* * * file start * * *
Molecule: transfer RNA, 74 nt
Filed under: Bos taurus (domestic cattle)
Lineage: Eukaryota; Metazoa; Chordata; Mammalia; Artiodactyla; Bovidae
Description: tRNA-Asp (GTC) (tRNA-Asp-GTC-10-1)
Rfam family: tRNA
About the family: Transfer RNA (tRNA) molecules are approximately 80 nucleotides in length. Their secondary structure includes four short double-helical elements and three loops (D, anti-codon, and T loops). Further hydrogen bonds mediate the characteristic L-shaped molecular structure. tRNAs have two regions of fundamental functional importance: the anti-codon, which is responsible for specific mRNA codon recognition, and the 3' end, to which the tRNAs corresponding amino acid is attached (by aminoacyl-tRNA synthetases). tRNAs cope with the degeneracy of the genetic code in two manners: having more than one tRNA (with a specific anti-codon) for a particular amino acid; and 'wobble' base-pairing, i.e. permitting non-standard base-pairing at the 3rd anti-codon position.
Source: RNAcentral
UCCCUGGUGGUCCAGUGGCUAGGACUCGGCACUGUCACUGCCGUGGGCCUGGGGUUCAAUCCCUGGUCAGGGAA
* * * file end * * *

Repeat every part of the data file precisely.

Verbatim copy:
Molecule: transfer RNA, 74 nt
Filed under: Bos taurus (domestic cattle)
Lineage: Eukaryota; Metazoa; Chordata; Mammalia; Artiodactyla; Bovidae
Description: tRNA-Asp (GTC) (tRNA-Asp-GTC-10-1)
Rfam family: tRNA
About the family: Transfer RNA (tRNA) molecules are approximately 80 nucleotides in length. Their secondary structure includes four short double-helical elements and three loops (D, anti-codon, and T loops). Further hydrogen bonds mediate the characteristic L-shaped molecular structure. tRNAs have two regions of fundamental functional importance: the anti-codon, which is responsible for specific mRNA codon recognition, and the 3' end, to which the tRNAs corresponding amino acid is attached (by aminoacyl-tRNA synthetases). tRNAs cope with the degeneracy of the genetic code in two manners: having more than one tRNA (with a specific anti-codon) for a particular amino acid; and 'wobble' base-pairing, i.e. permitting non-standard base-pairing at the 3rd anti-codon position.
Source: RNAcentral
UCCCUGGUGGUCCAGUGGCUAGGACUCGGCACUGUCACUGCCGUGGGCCUGGGGUUCAAUCCCUGGUCAGGGAA